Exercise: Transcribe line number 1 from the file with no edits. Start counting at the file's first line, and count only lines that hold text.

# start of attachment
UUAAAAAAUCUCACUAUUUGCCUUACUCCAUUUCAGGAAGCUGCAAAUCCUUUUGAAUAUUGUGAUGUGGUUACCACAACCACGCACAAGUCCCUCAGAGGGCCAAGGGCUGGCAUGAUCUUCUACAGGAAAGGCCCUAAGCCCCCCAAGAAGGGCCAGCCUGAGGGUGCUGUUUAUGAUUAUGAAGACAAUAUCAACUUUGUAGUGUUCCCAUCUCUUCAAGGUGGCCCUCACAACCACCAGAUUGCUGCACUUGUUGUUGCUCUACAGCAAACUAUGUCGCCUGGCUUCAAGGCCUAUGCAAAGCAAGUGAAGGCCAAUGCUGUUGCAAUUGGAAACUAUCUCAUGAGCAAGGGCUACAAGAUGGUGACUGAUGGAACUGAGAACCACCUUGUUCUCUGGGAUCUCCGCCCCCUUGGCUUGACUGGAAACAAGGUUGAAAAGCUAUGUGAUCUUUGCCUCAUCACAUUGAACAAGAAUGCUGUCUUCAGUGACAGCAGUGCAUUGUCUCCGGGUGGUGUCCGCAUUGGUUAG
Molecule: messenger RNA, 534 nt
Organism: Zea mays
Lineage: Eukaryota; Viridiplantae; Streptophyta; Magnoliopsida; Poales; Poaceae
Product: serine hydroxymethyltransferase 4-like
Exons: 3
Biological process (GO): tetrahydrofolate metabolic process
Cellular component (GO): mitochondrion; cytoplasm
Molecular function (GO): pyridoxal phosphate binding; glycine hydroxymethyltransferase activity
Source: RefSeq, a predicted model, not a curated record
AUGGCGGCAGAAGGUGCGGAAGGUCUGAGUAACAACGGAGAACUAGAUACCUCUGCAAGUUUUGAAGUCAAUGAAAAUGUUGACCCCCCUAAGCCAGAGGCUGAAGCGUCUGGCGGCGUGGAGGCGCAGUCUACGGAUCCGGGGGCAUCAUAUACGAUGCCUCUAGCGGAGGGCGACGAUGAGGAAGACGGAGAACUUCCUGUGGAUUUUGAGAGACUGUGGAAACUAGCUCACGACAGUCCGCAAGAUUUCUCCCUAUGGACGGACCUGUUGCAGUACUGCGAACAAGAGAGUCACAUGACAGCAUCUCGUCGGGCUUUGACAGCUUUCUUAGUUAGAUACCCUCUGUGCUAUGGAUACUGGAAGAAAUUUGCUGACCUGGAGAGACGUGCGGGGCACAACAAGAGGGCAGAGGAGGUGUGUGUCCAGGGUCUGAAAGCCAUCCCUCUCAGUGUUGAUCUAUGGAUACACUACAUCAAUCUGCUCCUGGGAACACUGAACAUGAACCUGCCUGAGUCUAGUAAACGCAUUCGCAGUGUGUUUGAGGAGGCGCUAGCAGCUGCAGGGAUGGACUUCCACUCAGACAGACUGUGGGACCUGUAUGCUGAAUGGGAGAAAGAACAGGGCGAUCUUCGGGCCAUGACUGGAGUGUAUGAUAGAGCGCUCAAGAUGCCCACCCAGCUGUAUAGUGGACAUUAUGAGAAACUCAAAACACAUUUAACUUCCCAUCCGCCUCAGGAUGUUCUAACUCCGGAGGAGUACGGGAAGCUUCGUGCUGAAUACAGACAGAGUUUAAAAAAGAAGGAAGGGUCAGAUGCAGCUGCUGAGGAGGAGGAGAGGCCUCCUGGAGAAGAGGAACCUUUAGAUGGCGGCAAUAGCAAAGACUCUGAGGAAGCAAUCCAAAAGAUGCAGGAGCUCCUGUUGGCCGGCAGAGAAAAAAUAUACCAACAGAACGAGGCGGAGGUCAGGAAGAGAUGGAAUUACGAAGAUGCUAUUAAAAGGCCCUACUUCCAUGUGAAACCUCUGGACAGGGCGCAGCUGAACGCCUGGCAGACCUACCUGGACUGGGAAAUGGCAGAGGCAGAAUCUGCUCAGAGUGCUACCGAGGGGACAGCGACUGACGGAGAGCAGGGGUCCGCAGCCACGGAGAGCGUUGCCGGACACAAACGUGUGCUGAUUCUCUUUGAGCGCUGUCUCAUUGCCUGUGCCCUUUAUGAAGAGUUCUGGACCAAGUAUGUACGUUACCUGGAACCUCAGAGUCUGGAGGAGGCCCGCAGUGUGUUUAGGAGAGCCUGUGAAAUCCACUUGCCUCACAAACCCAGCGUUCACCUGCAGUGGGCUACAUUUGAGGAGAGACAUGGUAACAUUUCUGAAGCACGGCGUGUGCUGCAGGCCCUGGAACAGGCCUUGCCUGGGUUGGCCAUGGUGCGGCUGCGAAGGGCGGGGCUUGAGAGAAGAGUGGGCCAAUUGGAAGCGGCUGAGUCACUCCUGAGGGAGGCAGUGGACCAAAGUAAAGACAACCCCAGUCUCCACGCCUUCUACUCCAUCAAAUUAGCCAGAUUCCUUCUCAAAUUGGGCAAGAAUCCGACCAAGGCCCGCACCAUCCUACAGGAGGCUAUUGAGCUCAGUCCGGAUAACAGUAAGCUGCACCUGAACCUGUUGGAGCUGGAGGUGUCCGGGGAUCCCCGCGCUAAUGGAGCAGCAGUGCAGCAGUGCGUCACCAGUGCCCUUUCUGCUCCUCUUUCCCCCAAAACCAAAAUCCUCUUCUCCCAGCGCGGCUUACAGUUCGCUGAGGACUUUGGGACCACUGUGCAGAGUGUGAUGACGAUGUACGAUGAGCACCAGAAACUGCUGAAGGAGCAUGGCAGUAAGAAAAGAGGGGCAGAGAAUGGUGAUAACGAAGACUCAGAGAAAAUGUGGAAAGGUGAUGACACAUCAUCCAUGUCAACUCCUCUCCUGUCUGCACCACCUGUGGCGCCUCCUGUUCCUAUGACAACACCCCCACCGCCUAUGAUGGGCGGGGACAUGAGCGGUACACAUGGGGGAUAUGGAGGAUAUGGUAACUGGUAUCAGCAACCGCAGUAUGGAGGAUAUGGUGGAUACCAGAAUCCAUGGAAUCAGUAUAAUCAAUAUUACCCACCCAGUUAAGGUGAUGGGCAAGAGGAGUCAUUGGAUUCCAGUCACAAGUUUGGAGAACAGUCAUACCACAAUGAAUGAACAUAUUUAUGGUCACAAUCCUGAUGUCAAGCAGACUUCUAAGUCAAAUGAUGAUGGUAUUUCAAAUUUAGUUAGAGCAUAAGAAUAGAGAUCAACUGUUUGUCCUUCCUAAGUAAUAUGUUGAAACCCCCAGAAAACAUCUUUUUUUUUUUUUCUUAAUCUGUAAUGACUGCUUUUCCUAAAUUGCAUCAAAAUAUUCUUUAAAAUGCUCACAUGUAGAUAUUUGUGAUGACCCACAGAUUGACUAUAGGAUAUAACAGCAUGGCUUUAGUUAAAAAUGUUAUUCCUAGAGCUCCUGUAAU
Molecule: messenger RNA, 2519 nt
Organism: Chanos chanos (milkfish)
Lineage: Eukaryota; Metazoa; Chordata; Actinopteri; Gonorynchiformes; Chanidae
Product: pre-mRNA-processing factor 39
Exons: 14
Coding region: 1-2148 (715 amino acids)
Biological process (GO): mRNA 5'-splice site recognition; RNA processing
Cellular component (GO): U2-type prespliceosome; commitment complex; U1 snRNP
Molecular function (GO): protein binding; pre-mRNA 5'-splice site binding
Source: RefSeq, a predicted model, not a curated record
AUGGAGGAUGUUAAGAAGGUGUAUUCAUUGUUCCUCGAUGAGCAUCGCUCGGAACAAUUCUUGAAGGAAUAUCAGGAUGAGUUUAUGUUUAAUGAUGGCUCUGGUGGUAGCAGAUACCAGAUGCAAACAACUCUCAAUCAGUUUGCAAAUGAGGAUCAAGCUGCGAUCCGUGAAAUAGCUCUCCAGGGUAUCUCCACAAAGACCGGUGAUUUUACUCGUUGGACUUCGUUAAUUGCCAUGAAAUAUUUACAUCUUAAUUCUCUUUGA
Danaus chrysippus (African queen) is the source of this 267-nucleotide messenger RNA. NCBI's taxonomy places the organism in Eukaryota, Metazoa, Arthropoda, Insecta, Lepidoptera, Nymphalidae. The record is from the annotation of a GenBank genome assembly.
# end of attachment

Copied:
UUAAAAAAUCUCACUAUUUGCCUUACUCCAUUUCAGGAAGCUGCAAAUCCUUUUGAAUAUUGUGAUGUGGUUACCACAACCACGCACAAGUCCCUCAGAGGGCCAAGGGCUGGCAUGAUCUUCUACAGGAAAGGCCCUAAGCCCCCCAAGAAGGGCCAGCCUGAGGGUGCUGUUUAUGAUUAUGAAGACAAUAUCAACUUUGUAGUGUUCCCAUCUCUUCAAGGUGGCCCUCACAACCACCAGAUUGCUGCACUUGUUGUUGCUCUACAGCAAACUAUGUCGCCUGGCUUCAAGGCCUAUGCAAAGCAAGUGAAGGCCAAUGCUGUUGCAAUUGGAAACUAUCUCAUGAGCAAGGGCUACAAGAUGGUGACUGAUGGAACUGAGAACCACCUUGUUCUCUGGGAUCUCCGCCCCCUUGGCUUGACUGGAAACAAGGUUGAAAAGCUAUGUGAUCUUUGCCUCAUCACAUUGAACAAGAAUGCUGUCUUCAGUGACAGCAGUGCAUUGUCUCCGGGUGGUGUCCGCAUUGGUUAG